When she found the music, she realized she had been hearing it for hours and not realized. It wasn’t music. It was something else. This was to music as a drawing in the sand with a stick was to one of Anka’s metal carvings. Music was pretty for a moment, and then was gone. This was breathtaking, and forever. Silva raced towards it. She had to crawl over the sharp colored stones, now. They nearly filled the tunnels. Silva crawled through them for hours, as they took toll for her passage with their sharp edges. She didn’t care. The sound grew louder, and Silva was laughing by the time she reached it.

She emerged into a large passage. The music raged in her ears, chaotic and loud. The air was very wet, here, and very cold. As cold as the nights in the Wastes, or colder still. Silva walked towards the music. She did not have to walk far. She shined her torch ahead, and saw it. A great raging torrent of water, longer across than she was tall. She knew what it was from the stories and the pictures. With glee, she raced towards it. Something crunched under her feet.

She reached down to touch it. It was cold, and dry. No, wet. Dry for a moment, like powder, and then wet like water between her fingertips. Realization flooded into Silva so suddenly she nearly drowned. Beneath her feet, the ground was covered in snow. Where had it come from? Didn’t snow fall from the sky? Had she wandered outside, through the caves and into another world sliced open with cold rivers and covered in snow?

Silva look upward expecting to see sky, or even stars, but there was just darkness. She shined her torch up, but the colored stone extended all the way to the top. The ceiling was even more beautiful  than in the rest of the cave. The light from her torch bounced off the edges onto the river, which scattered it all around her. If she angled it just right, Silva could see quite well. Over there, the river disappeared into an opening in the far way. And over there the stones were rounded, and the colors homogenized into a hundred shades of blue. And over there…Silva gasped and dropped her torch. She picked it up again, and pointed. She did not want to believe her eyes, but they had never lied to her before. They were there. As sure as she was.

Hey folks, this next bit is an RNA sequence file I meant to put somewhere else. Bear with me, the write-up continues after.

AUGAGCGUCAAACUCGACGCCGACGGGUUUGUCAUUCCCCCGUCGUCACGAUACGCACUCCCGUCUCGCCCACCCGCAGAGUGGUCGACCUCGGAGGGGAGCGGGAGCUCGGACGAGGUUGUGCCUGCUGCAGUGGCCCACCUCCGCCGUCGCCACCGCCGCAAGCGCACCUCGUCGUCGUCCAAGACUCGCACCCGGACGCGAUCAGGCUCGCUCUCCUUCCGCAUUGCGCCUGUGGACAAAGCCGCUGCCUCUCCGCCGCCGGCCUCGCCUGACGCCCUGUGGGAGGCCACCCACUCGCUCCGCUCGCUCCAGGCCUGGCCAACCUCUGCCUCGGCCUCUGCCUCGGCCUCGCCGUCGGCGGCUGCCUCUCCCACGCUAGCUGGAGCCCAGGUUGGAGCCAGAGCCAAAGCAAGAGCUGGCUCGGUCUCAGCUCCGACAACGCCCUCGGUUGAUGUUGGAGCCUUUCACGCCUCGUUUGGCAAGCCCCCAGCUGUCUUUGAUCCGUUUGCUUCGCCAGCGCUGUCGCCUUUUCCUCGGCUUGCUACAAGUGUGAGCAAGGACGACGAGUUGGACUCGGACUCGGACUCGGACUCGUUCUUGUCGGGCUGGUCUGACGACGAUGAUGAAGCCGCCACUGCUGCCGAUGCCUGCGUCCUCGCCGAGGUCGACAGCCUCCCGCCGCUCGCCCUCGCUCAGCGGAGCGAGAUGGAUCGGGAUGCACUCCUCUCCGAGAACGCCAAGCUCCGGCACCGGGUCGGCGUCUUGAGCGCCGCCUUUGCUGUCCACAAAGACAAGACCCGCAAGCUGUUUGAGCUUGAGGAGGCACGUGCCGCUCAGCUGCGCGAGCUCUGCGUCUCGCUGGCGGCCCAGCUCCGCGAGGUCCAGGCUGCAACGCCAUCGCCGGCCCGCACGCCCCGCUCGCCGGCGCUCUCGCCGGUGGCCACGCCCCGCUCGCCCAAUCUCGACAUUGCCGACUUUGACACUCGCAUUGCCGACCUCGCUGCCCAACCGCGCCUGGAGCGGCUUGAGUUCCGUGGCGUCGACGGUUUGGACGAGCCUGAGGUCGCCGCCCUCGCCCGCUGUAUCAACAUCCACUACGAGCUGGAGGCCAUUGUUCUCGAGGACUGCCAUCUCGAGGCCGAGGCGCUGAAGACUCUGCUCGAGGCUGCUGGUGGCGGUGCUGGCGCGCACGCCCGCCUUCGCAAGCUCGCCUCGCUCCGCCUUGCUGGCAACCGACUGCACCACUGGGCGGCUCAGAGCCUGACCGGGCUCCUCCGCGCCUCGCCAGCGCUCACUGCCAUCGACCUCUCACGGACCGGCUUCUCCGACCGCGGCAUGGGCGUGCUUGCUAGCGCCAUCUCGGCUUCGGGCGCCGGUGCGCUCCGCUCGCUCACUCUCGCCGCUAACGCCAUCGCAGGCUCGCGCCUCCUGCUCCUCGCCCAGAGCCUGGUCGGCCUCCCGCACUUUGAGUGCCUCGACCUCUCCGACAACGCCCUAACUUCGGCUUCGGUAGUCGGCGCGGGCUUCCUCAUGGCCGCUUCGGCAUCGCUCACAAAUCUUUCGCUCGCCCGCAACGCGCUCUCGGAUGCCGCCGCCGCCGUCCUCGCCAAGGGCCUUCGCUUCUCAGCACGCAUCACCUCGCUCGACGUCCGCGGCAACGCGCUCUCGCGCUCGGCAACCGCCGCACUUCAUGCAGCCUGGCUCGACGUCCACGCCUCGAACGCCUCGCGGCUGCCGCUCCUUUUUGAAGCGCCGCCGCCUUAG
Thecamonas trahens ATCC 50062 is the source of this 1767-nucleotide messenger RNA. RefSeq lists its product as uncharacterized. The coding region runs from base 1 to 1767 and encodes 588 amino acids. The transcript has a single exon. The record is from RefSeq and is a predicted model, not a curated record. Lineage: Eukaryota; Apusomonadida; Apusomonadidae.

Just on the other side of the river, jutting like glass teeth from an outcropping of stone, there hung seven jagged and terrible icicles.

Part two.

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13 thoughts on “Seven Icicles, Part One

  1. […] Seven Icicles, Part One | Stealing All the Sevens […]

  2. […] Seven Icicles, Part One | Stealing All the Sevens […]

  3. scentofrina says:

    Thank you for the ping back! Great sense of description!

  4. […] Seven Icicles, Part One | Stealing All the Sevens […]

  5. […] Seven Icicles, Part One | Stealing All the Sevens […]

  6. […] Seven Icicles, Part One | Stealing All the Sevens […]

  7. […] Seven Icicles, Part One | Stealing All the Sevens […]

  8. […] Seven Icicles, Part One | Stealing All the Sevens […]

  9. […] Seven Icicles, Part One | Stealing All the Sevens […]